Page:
Throwing Fitz

The move to Fitzsimons was supposed to send CU's Health Sciences Center sailing into the 21st century. So why are so many doctors jumping ship?

According to Sladek, Chancellor Shore plans to meet with pharmacy faculty and address their concerns. "We have a policy of leaving no one behind and doing no harm in the move," Sladek says. "When the pharmacy people move to this campus, they will be provided the same amount of space, under the same criteria, as everyone else."

But Sladek acknowledges that the team approach to Fitzsimons means that the school's space will be "less contiguous" than it is on the existing campus. "There was never a plan to move schools as insular units in their own stand-alone buildings," he says. "Part of it is an issue of whether the School of Pharmacy can embrace the master plan of this campus."

Diamond insists that the uncertainties are clouding the future of his program, which hinges on attracting more talented researchers, not driving the existing ones away. "The raiders are knocking at our door, knowing we're in dire straits," he says. "I'm aware of four individuals who are being courted by other institutions. It took eighty years to get us in one building, and then we started to move up right away. So we're very concerned about what happens now."

 
 
New digs: The recently opened Research Complex 1 
at Fitzsimons replaces cramped space at the Health 
Sciences Center's Denver campus.
Anthony Camera
New digs: The recently opened Research Complex 1 at Fitzsimons replaces cramped space at the Health Sciences Center's Denver campus.


The stalwarts of the Denver Rotary Club are all agog as Tim Romani gives a rundown on the Fitzsimons move at a recent luncheon. He hails the new campus as "a true economic engine for this region," one that will "blow away the Mayo Clinic" when it's done. He describes the pending sale of the Denver campus as the best possible deal for the best possible price, "a true mixed-use redevelopment" that will add fresh housing, retail and commercial space, reintroduce a pedestrian-friendly street grid to Ninth Avenue, and decrease "human density" in the area substantially.

What's not to like?

Romani, the vice chancellor of planning and development who's spearheading the accelerated move, is a canny negotiator with considerable experience touting pricey new sports arenas, including the Pepsi Center and Invesco Field. This is his first medical-center redo, but he's persevered through the community-meeting grind like a pro.

He tells the Rotarians that most of the buildings on the Denver campus "aren't very adaptable" to reuse; the more you demolish, the more the land is worth. University Hospital will keep its Critical Care Tower and recently updated emergency room as part of a scaled-back primary-care facility, and some of the newer buildings -- the Biomedical Research Building, the School of Pharmacy, a parking garage -- will probably be reused. But the rest will face the wrecking ball when Shea Properties starts building an urban-infill community on the site, including 1,100 new condos, lofts, apartments and other residential units.

Shea has agreed to pay $35 million for the property. The first $15 million goes directly to the state's general fund, as part of the deal CU made to obtain the certificates of participation to build academic buildings at Fitzsimons. The rest is slated for environmental remediation at the site; if the clean-up costs less than $20 million, it's possible that the university might actually see some revenue from the sale of its campus. But many faculty members aren't counting on it.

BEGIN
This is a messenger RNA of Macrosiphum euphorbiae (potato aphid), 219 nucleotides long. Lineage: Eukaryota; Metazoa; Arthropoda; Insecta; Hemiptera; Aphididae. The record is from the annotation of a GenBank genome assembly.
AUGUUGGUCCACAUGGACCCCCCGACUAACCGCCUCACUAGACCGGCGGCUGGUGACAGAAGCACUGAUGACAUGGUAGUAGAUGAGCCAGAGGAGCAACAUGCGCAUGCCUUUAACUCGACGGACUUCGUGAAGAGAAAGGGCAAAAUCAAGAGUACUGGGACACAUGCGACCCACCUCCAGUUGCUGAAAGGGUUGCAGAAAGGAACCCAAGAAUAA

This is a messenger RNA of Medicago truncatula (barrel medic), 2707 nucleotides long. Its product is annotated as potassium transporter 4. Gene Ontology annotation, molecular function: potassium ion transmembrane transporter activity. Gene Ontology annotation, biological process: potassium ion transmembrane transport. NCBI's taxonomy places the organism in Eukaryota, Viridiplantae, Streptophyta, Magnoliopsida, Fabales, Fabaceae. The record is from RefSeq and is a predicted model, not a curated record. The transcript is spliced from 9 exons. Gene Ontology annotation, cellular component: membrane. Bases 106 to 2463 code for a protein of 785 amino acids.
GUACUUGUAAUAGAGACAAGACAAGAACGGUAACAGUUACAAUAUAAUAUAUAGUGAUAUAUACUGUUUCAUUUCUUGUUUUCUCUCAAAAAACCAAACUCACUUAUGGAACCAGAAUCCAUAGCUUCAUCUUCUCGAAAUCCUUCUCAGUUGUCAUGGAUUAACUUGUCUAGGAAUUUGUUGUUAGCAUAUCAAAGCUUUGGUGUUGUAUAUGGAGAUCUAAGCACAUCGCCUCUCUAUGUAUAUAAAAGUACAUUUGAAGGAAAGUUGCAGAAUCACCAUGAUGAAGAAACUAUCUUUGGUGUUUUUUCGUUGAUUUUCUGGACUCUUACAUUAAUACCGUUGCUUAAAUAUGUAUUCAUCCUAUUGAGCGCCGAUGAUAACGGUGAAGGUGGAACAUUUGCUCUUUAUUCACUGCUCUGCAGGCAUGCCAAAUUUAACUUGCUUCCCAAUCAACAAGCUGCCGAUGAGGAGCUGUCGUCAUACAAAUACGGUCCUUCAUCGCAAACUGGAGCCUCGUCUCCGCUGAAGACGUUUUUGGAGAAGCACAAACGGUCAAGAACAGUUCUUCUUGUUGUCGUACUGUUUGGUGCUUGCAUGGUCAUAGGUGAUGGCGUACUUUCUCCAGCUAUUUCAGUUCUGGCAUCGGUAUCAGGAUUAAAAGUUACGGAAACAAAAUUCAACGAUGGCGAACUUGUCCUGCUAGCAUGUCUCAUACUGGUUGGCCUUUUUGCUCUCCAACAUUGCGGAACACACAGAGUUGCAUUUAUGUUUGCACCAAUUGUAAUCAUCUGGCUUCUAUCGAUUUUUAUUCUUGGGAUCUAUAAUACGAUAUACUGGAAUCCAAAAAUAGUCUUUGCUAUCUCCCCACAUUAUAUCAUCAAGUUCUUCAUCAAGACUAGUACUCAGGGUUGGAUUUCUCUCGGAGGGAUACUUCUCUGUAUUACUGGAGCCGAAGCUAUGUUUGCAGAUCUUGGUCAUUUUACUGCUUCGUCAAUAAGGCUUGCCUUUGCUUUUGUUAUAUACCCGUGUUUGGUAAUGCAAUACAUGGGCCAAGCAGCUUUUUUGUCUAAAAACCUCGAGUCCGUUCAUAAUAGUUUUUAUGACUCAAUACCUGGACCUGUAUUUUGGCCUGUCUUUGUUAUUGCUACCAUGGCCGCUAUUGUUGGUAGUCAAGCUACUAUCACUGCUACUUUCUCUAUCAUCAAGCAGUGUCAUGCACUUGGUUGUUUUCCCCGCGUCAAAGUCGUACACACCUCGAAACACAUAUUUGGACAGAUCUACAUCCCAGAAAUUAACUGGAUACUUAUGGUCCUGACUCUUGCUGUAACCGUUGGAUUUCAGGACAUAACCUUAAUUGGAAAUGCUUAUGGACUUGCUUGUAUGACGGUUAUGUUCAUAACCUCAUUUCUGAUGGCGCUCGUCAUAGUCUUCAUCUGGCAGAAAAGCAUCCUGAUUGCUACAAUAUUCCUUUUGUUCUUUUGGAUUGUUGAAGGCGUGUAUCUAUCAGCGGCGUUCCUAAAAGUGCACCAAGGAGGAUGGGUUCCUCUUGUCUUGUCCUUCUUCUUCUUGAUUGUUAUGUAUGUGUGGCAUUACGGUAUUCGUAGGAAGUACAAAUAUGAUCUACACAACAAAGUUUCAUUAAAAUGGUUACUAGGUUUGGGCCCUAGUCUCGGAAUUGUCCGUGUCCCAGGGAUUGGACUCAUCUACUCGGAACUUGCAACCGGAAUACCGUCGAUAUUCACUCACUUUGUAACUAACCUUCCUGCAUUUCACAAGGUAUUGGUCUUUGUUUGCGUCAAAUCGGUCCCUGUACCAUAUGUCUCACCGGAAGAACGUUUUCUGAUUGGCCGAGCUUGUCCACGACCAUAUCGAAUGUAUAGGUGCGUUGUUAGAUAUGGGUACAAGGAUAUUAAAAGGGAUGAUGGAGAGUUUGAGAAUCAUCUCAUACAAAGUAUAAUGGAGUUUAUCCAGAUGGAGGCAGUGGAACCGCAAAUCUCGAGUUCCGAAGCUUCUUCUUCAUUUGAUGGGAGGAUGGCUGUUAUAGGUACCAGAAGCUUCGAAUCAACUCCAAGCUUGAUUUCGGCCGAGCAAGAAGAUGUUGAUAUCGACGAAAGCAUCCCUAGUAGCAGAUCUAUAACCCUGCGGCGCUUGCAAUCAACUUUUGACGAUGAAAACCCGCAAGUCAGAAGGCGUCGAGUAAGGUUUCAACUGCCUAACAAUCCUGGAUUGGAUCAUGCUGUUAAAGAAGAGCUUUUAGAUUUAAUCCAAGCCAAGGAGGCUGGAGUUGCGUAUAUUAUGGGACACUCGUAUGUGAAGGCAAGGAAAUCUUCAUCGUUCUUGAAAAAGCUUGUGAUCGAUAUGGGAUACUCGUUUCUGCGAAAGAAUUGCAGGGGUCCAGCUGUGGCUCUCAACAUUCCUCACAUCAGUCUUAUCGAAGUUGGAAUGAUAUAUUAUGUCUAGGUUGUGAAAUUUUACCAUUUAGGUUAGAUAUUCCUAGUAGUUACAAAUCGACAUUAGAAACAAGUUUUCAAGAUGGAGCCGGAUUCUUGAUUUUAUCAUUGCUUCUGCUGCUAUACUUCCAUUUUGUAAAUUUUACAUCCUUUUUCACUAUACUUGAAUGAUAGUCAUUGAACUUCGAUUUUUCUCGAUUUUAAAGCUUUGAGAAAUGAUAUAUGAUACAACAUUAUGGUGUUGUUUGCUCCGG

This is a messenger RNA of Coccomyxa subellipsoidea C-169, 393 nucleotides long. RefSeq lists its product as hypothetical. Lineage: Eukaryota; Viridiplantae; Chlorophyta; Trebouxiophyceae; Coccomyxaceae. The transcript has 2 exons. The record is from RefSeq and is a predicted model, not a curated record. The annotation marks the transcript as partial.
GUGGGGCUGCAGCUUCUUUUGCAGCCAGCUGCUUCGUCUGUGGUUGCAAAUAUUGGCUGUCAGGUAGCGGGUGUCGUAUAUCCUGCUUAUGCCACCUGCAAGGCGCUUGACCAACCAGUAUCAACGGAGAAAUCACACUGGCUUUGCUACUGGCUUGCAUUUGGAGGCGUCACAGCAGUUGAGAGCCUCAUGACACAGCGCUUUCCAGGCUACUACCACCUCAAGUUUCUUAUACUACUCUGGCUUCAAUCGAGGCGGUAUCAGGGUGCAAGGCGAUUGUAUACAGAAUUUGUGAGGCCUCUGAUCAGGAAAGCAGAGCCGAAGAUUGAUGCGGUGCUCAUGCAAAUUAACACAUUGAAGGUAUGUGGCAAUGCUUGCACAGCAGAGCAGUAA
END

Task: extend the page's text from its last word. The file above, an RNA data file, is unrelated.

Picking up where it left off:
Critics of the Fitzsimons move argue that it doesn't make good economic sense to unload the HSC's current infrastructure -- which still has some years of use in it -- at wrecking-ball prices, then mortgage the future on all-new buildings that cost far more per square foot. But ultimately, the debate is about much more than economics. For all its limitations, the Denver campus has advantages that will be difficult to replicate on the new campus, including its proximity to other major medical complexes and its own cramped scale, which generated a certain coziness. Tunnels and bridges made every corner of the enterprise readily accessible; students, professors, researchers and patients mingled freely.

The plan for Fitzsimons calls for distinct "zones" designated for research, education and clinical functions. On paper, at least, the zones have some overlap, but the reality is a sprawling expanse that will require some ingenuity from a researcher who, for example, might want to shuttle a cart of tissue samples swiftly from the hospital to a research lab. Initial plans to build tunnels and bridges similar to those of the Denver campus were quickly abandoned as too expensive.

"Students will be in one place, faculty in another," says Freed. "Except for grad students working in labs, there will be little interaction. Those of us involved early on in the planning were chagrined to learn that this wasn't an integrated plan."

Sladek points out the proximity of the new hospital to Research Complex 1 and the planned new academic buildings, all situated within a quarter-mile of each other in the nexus of the overlapping zones. "I like coziness as well, but that's not a real issue," he insists. "This is now a 400-acre campus, half of which is the Health Sciences Center. Yes, it means you walk a little. But Colorado has the lowest obesity rate in the nation, and there's a reason for it. This same faculty will spend their weekends hiking 14,000-foot peaks and think nothing of it."

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